The NCUA Board issued the final rule to amend its regulations on capital planning and stress testing for federally insured credit unions with USD 10 billion or more in assets (also known as the covered credit unions). This final rule becomes effective on June 01, 2018.
The final rule reduces regulatory burden by removing some of the capital planning and stress testing requirements currently applicable to certain covered credit unions. The final rule also makes the requirements of NCUA more efficient by, among other things, authorizing covered credit unions to conduct their own stress tests in accordance with the NCUA's requirements and permitting covered credit unions to incorporate the stress test results into their capital plans.
Compared to the proposed rule, NCUA, in the final rule, has partially revised the thresholds for tier I and II covered credit unions. In the final rule, a tier I credit union is a covered credit union that has less than USD 15 billion in total assets and a tier II credit union is a covered credit union that has USD 15 billion or more in total assets, but less than USD 20 billion in total assets (or is otherwise designated as a tier II credit union by NCUA). Therefore, in the final rule, a covered credit union that remains under USD 15 billion will not conduct annual stress tests, even if it has been subject to capital planning requirements for over three years. For such covered credit unions, the final rule provides additional regulatory relief from supervisory stress testing. However, a tier I credit union that crosses the USD 15 billion threshold in less than three years after becoming a covered credit union, will have to conduct stress tests earlier under the final rule than as proposed. The designation for a tier III credit union remains the same as proposed and includes a covered credit union that has USD 20 billion or more in total assets (or is otherwise designated as a tier III credit union by NCUA).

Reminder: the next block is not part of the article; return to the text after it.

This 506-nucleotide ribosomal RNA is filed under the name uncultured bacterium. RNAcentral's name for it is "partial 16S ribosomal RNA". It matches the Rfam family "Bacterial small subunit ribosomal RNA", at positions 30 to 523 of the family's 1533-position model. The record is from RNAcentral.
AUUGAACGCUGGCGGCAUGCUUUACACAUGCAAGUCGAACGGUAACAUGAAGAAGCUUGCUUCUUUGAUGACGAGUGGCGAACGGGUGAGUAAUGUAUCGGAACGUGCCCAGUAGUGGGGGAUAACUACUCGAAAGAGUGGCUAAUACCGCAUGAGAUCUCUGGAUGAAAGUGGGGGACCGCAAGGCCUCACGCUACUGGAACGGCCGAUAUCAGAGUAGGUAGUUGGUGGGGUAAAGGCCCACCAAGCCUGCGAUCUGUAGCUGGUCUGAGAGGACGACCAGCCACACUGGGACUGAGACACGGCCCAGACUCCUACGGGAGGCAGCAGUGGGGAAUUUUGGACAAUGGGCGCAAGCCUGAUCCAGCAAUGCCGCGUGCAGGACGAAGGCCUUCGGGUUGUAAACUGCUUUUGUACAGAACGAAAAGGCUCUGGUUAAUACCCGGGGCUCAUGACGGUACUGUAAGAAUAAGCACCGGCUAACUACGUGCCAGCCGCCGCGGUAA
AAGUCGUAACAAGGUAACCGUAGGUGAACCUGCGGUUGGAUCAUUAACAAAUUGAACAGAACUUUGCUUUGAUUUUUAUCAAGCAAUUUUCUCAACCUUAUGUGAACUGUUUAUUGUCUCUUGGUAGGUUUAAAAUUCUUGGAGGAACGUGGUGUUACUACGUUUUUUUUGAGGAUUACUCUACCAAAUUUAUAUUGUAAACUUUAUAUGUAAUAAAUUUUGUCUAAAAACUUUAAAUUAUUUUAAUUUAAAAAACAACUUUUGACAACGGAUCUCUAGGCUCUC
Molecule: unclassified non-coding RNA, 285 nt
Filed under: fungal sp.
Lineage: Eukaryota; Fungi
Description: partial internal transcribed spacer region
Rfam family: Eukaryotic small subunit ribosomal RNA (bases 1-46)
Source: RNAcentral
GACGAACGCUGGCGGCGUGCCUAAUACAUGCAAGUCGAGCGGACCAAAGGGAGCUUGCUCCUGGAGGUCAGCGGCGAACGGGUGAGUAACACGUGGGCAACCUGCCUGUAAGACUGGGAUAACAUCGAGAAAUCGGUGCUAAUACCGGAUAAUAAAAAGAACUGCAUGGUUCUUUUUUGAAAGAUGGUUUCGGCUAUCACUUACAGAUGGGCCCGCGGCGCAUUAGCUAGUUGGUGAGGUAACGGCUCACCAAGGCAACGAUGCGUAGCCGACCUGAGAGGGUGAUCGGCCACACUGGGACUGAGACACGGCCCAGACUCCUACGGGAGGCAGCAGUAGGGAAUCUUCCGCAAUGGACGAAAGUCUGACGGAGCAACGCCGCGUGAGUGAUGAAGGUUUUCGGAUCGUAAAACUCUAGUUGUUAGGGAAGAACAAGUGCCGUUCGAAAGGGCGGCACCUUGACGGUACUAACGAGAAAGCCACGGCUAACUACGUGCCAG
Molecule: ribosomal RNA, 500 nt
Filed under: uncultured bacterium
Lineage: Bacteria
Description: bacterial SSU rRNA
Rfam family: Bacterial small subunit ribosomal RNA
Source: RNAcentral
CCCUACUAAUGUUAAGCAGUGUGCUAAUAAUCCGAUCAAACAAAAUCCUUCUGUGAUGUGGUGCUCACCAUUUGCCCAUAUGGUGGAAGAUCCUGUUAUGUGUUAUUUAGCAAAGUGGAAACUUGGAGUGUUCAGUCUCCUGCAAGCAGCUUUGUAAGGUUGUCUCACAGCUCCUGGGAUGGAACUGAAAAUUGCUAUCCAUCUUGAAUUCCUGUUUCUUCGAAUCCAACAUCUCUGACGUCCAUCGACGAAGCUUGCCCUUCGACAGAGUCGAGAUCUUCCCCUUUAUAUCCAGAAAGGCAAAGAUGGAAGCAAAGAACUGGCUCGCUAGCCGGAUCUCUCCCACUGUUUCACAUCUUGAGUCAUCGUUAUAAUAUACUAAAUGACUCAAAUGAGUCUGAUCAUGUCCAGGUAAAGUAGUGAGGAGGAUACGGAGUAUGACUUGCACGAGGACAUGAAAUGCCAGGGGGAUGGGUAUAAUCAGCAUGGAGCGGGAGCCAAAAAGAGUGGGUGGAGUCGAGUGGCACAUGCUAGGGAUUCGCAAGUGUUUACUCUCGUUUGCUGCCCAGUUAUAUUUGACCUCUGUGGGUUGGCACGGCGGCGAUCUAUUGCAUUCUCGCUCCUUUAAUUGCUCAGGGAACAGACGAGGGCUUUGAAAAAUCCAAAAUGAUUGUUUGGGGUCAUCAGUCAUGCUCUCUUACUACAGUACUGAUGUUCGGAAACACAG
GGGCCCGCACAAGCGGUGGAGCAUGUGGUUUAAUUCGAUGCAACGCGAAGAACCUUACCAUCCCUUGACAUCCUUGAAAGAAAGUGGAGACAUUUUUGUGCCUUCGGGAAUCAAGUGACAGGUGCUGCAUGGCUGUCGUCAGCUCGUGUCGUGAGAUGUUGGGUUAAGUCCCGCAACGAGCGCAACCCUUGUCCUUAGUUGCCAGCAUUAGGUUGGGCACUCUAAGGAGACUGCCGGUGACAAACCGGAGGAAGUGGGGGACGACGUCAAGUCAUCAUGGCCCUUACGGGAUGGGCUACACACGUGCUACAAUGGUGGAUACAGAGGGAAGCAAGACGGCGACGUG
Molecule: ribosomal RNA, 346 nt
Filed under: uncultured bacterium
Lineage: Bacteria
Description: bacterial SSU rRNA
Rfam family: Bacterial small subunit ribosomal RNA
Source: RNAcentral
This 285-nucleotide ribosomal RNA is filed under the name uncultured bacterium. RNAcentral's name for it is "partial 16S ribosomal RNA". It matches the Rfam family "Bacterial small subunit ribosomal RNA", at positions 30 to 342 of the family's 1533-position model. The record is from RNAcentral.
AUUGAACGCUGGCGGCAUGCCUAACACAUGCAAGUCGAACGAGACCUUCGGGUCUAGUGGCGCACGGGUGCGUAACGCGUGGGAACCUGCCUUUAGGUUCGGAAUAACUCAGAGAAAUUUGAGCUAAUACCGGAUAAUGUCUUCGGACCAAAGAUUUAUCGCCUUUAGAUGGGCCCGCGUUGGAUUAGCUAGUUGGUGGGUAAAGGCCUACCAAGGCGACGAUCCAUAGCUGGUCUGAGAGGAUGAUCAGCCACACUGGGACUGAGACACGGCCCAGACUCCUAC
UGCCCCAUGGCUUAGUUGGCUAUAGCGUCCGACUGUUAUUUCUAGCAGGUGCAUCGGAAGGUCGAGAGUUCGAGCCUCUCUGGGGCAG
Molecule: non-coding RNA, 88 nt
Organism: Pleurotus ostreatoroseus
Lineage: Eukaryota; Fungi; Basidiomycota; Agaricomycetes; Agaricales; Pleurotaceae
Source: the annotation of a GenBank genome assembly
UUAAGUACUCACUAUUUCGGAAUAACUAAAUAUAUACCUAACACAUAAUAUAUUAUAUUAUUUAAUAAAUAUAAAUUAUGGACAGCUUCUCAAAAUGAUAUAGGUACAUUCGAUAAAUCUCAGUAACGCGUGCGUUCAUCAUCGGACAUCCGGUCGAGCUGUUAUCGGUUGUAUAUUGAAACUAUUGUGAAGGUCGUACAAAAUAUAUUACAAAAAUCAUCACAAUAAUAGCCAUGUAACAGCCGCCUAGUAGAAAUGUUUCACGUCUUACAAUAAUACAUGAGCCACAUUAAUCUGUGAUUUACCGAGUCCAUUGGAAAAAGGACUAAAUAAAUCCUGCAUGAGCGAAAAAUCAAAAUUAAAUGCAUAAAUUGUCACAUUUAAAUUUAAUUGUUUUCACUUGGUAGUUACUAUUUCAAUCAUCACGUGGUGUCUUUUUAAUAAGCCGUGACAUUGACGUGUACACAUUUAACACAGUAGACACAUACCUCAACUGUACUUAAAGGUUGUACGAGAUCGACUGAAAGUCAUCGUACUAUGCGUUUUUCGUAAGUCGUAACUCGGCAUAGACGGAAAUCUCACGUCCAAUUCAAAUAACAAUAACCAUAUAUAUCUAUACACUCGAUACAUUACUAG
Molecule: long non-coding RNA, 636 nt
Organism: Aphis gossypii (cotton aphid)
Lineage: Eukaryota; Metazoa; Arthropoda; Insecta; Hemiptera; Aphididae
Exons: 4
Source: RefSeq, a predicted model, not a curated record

Related Link: Final Rule
Effective Date: June 01, 2018
Keywords: Americas, US, Banking, Stress Testing, Capital Planning, Credit Unions, Proportionality, NCUA
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